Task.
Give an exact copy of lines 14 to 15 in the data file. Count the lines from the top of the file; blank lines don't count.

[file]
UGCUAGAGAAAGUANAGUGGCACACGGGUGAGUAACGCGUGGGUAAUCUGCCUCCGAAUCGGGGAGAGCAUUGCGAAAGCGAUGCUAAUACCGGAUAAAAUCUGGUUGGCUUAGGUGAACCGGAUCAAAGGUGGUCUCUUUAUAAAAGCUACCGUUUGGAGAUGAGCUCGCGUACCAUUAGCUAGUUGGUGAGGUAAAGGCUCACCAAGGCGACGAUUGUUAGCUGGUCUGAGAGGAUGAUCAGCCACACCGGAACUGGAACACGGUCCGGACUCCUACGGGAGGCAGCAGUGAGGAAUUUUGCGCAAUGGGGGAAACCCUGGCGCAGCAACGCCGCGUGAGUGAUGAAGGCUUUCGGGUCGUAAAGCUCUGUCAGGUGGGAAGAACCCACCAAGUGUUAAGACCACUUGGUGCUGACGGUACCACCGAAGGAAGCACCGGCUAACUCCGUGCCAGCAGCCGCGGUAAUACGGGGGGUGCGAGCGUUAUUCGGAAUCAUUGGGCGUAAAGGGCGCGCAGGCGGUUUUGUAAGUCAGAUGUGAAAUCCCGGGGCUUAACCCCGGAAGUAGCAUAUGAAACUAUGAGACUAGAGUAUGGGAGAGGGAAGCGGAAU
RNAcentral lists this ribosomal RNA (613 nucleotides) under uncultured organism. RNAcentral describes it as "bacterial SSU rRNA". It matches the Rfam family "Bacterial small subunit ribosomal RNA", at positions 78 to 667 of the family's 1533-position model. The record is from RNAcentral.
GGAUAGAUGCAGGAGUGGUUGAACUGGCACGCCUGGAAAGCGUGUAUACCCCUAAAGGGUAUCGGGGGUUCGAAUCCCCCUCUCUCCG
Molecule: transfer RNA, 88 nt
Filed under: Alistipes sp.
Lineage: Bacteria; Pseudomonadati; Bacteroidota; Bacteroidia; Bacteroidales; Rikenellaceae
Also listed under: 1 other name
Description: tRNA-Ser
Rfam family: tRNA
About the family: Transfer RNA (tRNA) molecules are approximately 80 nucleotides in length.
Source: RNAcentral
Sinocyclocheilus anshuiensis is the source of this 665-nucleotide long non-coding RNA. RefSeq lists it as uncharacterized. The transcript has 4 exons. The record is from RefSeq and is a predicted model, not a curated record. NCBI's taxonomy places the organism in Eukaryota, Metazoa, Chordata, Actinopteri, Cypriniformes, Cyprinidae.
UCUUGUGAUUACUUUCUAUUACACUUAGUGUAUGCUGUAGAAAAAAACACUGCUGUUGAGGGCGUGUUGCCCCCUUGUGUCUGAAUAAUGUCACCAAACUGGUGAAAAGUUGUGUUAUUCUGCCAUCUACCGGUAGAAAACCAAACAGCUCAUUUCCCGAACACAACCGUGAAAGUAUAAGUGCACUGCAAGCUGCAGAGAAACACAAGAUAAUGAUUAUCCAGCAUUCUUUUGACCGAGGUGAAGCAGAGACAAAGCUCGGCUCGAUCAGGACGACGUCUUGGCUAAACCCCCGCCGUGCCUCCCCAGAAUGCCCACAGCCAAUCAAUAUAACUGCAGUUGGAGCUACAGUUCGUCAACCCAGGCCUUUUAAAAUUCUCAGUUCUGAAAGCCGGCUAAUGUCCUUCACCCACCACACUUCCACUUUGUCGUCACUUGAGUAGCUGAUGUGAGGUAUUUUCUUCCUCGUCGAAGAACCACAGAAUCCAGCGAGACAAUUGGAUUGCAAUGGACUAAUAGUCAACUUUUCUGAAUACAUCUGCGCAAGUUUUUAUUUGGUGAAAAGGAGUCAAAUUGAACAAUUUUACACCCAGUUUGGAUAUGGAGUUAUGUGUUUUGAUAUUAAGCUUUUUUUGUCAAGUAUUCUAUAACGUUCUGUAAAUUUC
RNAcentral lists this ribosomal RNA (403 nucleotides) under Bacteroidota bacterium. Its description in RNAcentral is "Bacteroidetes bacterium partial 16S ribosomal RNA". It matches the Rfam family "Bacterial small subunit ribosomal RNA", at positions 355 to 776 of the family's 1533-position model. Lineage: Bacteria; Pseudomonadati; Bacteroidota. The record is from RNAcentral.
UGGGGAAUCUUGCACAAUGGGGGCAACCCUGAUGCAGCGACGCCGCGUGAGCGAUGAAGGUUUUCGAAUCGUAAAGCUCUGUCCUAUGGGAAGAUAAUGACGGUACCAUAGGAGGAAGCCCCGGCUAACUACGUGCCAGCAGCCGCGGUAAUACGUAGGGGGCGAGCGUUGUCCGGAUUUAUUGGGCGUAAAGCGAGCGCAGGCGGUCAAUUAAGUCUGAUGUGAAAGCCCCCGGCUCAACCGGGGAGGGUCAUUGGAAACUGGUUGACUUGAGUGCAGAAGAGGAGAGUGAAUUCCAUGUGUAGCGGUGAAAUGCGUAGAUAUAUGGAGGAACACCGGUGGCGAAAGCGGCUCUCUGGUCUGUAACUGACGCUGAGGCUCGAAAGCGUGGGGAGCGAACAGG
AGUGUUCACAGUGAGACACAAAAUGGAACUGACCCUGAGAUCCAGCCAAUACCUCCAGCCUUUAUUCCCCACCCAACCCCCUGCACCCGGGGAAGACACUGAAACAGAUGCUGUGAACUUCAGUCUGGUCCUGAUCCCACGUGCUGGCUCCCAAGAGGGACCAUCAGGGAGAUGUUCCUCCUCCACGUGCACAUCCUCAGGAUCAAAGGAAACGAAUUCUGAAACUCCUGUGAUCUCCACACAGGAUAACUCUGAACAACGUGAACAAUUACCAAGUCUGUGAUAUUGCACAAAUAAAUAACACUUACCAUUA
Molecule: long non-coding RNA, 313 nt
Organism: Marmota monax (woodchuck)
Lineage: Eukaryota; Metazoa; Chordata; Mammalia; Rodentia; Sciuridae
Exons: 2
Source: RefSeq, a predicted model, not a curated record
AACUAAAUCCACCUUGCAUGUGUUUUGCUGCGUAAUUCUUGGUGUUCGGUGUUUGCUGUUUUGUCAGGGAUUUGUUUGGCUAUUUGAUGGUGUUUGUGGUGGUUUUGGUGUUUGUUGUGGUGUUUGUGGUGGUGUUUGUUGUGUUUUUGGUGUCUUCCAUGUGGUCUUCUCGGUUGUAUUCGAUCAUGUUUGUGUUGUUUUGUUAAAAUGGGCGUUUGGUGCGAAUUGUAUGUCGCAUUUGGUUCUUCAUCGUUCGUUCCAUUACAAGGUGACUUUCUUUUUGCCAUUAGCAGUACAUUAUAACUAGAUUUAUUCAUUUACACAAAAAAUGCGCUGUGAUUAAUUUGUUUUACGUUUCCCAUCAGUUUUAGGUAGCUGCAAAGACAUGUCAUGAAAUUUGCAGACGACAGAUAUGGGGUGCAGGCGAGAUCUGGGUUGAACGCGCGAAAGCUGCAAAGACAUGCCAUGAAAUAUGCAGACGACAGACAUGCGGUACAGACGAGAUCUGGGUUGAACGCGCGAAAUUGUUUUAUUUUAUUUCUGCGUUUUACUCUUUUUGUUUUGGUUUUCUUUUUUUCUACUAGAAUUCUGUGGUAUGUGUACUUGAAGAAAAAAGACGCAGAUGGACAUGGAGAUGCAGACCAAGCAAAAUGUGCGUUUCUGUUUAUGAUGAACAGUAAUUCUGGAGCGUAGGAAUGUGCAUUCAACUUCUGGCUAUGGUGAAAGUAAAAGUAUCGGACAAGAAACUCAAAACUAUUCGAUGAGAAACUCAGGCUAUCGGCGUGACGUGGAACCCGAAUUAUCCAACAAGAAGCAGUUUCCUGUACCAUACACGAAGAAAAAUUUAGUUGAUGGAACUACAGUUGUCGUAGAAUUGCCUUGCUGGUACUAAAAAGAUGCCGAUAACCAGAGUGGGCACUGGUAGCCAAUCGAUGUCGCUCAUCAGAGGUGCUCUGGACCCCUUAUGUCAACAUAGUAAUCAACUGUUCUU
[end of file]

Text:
RNAcentral lists this ribosomal RNA (403 nucleotides) under Bacteroidota bacterium. Its description in RNAcentral is "Bacteroidetes bacterium partial 16S ribosomal RNA". It matches the Rfam family "Bacterial small subunit ribosomal RNA", at positions 355 to 776 of the family's 1533-position model. Lineage: Bacteria; Pseudomonadati; Bacteroidota. The record is from RNAcentral.
UGGGGAAUCUUGCACAAUGGGGGCAACCCUGAUGCAGCGACGCCGCGUGAGCGAUGAAGGUUUUCGAAUCGUAAAGCUCUGUCCUAUGGGAAGAUAAUGACGGUACCAUAGGAGGAAGCCCCGGCUAACUACGUGCCAGCAGCCGCGGUAAUACGUAGGGGGCGAGCGUUGUCCGGAUUUAUUGGGCGUAAAGCGAGCGCAGGCGGUCAAUUAAGUCUGAUGUGAAAGCCCCCGGCUCAACCGGGGAGGGUCAUUGGAAACUGGUUGACUUGAGUGCAGAAGAGGAGAGUGAAUUCCAUGUGUAGCGGUGAAAUGCGUAGAUAUAUGGAGGAACACCGGUGGCGAAAGCGGCUCUCUGGUCUGUAACUGACGCUGAGGCUCGAAAGCGUGGGGAGCGAACAGG